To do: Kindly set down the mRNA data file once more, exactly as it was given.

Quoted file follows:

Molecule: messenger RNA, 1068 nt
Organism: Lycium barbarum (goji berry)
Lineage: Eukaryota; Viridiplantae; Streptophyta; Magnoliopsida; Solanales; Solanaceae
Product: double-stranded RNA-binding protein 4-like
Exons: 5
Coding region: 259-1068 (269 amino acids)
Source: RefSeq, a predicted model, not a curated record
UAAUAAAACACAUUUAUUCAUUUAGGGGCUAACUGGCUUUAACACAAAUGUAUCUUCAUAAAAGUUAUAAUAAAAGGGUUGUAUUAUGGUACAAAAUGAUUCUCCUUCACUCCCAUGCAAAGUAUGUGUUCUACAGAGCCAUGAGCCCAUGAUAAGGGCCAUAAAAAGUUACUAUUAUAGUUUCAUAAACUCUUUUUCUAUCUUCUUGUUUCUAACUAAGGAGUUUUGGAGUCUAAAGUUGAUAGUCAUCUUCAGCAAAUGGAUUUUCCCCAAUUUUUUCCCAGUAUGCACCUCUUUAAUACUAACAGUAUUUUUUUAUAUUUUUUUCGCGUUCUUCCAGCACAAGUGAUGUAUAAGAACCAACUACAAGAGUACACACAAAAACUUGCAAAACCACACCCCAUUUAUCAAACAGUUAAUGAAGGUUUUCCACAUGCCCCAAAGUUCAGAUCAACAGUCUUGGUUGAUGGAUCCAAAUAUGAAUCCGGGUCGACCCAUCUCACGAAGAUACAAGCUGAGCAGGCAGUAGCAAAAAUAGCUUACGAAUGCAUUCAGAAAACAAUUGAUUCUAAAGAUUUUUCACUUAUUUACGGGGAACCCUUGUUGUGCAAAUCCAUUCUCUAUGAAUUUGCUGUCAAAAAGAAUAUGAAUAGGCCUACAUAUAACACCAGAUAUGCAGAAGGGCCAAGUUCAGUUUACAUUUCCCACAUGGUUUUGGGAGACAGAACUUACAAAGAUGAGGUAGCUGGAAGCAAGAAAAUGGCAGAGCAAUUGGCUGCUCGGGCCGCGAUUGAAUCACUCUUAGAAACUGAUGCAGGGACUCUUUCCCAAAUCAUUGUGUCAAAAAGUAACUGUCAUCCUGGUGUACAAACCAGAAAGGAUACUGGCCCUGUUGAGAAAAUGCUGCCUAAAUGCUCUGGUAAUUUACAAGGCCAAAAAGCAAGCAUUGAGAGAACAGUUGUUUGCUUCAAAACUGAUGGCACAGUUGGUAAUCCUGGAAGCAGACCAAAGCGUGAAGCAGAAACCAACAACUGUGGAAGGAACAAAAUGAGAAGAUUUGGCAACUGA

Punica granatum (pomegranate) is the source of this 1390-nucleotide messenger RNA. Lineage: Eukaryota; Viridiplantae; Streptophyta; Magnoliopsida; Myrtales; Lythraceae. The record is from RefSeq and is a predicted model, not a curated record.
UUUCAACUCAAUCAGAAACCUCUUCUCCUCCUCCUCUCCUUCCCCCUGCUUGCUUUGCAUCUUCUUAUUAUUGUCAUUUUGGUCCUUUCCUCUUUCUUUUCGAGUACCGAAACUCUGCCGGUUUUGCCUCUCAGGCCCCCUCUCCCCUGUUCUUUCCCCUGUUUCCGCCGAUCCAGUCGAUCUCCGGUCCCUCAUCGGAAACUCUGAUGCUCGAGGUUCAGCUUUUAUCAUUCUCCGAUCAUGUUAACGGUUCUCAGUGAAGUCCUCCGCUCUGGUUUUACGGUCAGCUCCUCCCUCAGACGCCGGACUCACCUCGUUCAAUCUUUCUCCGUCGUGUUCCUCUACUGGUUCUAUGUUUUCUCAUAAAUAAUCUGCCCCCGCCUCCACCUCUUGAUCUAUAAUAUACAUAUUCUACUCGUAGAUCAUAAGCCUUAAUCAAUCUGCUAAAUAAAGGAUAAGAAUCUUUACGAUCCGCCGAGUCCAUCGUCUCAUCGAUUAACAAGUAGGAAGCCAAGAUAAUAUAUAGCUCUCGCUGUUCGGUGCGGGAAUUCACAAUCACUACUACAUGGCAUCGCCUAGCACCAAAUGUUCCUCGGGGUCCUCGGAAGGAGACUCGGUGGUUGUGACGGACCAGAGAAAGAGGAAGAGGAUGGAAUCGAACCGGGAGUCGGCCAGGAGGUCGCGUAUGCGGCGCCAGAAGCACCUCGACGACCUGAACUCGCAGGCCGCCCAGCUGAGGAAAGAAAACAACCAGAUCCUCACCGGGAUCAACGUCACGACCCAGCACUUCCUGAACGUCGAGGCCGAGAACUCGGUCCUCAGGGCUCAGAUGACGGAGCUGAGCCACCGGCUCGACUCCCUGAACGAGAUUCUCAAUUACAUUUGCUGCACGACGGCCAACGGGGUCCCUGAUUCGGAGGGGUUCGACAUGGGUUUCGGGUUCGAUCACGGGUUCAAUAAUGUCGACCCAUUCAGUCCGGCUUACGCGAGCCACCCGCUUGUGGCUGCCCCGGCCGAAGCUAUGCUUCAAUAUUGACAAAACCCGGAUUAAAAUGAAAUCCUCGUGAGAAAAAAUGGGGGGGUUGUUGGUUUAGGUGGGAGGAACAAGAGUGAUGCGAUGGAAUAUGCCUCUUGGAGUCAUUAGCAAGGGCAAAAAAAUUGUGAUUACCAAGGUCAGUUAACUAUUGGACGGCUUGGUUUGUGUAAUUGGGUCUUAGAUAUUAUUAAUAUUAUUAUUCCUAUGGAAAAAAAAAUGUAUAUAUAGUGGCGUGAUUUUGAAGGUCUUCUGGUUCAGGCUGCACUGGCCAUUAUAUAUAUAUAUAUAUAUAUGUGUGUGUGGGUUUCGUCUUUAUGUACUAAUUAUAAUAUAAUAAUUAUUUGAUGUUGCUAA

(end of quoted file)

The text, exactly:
Molecule: messenger RNA, 1068 nt
Organism: Lycium barbarum (goji berry)
Lineage: Eukaryota; Viridiplantae; Streptophyta; Magnoliopsida; Solanales; Solanaceae
Product: double-stranded RNA-binding protein 4-like
Exons: 5
Coding region: 259-1068 (269 amino acids)
Source: RefSeq, a predicted model, not a curated record
UAAUAAAACACAUUUAUUCAUUUAGGGGCUAACUGGCUUUAACACAAAUGUAUCUUCAUAAAAGUUAUAAUAAAAGGGUUGUAUUAUGGUACAAAAUGAUUCUCCUUCACUCCCAUGCAAAGUAUGUGUUCUACAGAGCCAUGAGCCCAUGAUAAGGGCCAUAAAAAGUUACUAUUAUAGUUUCAUAAACUCUUUUUCUAUCUUCUUGUUUCUAACUAAGGAGUUUUGGAGUCUAAAGUUGAUAGUCAUCUUCAGCAAAUGGAUUUUCCCCAAUUUUUUCCCAGUAUGCACCUCUUUAAUACUAACAGUAUUUUUUUAUAUUUUUUUCGCGUUCUUCCAGCACAAGUGAUGUAUAAGAACCAACUACAAGAGUACACACAAAAACUUGCAAAACCACACCCCAUUUAUCAAACAGUUAAUGAAGGUUUUCCACAUGCCCCAAAGUUCAGAUCAACAGUCUUGGUUGAUGGAUCCAAAUAUGAAUCCGGGUCGACCCAUCUCACGAAGAUACAAGCUGAGCAGGCAGUAGCAAAAAUAGCUUACGAAUGCAUUCAGAAAACAAUUGAUUCUAAAGAUUUUUCACUUAUUUACGGGGAACCCUUGUUGUGCAAAUCCAUUCUCUAUGAAUUUGCUGUCAAAAAGAAUAUGAAUAGGCCUACAUAUAACACCAGAUAUGCAGAAGGGCCAAGUUCAGUUUACAUUUCCCACAUGGUUUUGGGAGACAGAACUUACAAAGAUGAGGUAGCUGGAAGCAAGAAAAUGGCAGAGCAAUUGGCUGCUCGGGCCGCGAUUGAAUCACUCUUAGAAACUGAUGCAGGGACUCUUUCCCAAAUCAUUGUGUCAAAAAGUAACUGUCAUCCUGGUGUACAAACCAGAAAGGAUACUGGCCCUGUUGAGAAAAUGCUGCCUAAAUGCUCUGGUAAUUUACAAGGCCAAAAAGCAAGCAUUGAGAGAACAGUUGUUUGCUUCAAAACUGAUGGCACAGUUGGUAAUCCUGGAAGCAGACCAAAGCGUGAAGCAGAAACCAACAACUGUGGAAGGAACAAAAUGAGAAGAUUUGGCAACUGA

Punica granatum (pomegranate) is the source of this 1390-nucleotide messenger RNA. Lineage: Eukaryota; Viridiplantae; Streptophyta; Magnoliopsida; Myrtales; Lythraceae. The record is from RefSeq and is a predicted model, not a curated record.
UUUCAACUCAAUCAGAAACCUCUUCUCCUCCUCCUCUCCUUCCCCCUGCUUGCUUUGCAUCUUCUUAUUAUUGUCAUUUUGGUCCUUUCCUCUUUCUUUUCGAGUACCGAAACUCUGCCGGUUUUGCCUCUCAGGCCCCCUCUCCCCUGUUCUUUCCCCUGUUUCCGCCGAUCCAGUCGAUCUCCGGUCCCUCAUCGGAAACUCUGAUGCUCGAGGUUCAGCUUUUAUCAUUCUCCGAUCAUGUUAACGGUUCUCAGUGAAGUCCUCCGCUCUGGUUUUACGGUCAGCUCCUCCCUCAGACGCCGGACUCACCUCGUUCAAUCUUUCUCCGUCGUGUUCCUCUACUGGUUCUAUGUUUUCUCAUAAAUAAUCUGCCCCCGCCUCCACCUCUUGAUCUAUAAUAUACAUAUUCUACUCGUAGAUCAUAAGCCUUAAUCAAUCUGCUAAAUAAAGGAUAAGAAUCUUUACGAUCCGCCGAGUCCAUCGUCUCAUCGAUUAACAAGUAGGAAGCCAAGAUAAUAUAUAGCUCUCGCUGUUCGGUGCGGGAAUUCACAAUCACUACUACAUGGCAUCGCCUAGCACCAAAUGUUCCUCGGGGUCCUCGGAAGGAGACUCGGUGGUUGUGACGGACCAGAGAAAGAGGAAGAGGAUGGAAUCGAACCGGGAGUCGGCCAGGAGGUCGCGUAUGCGGCGCCAGAAGCACCUCGACGACCUGAACUCGCAGGCCGCCCAGCUGAGGAAAGAAAACAACCAGAUCCUCACCGGGAUCAACGUCACGACCCAGCACUUCCUGAACGUCGAGGCCGAGAACUCGGUCCUCAGGGCUCAGAUGACGGAGCUGAGCCACCGGCUCGACUCCCUGAACGAGAUUCUCAAUUACAUUUGCUGCACGACGGCCAACGGGGUCCCUGAUUCGGAGGGGUUCGACAUGGGUUUCGGGUUCGAUCACGGGUUCAAUAAUGUCGACCCAUUCAGUCCGGCUUACGCGAGCCACCCGCUUGUGGCUGCCCCGGCCGAAGCUAUGCUUCAAUAUUGACAAAACCCGGAUUAAAAUGAAAUCCUCGUGAGAAAAAAUGGGGGGGUUGUUGGUUUAGGUGGGAGGAACAAGAGUGAUGCGAUGGAAUAUGCCUCUUGGAGUCAUUAGCAAGGGCAAAAAAAUUGUGAUUACCAAGGUCAGUUAACUAUUGGACGGCUUGGUUUGUGUAAUUGGGUCUUAGAUAUUAUUAAUAUUAUUAUUCCUAUGGAAAAAAAAAUGUAUAUAUAGUGGCGUGAUUUUGAAGGUCUUCUGGUUCAGGCUGCACUGGCCAUUAUAUAUAUAUAUAUAUAUAUGUGUGUGUGGGUUUCGUCUUUAUGUACUAAUUAUAAUAUAAUAAUUAUUUGAUGUUGCUAA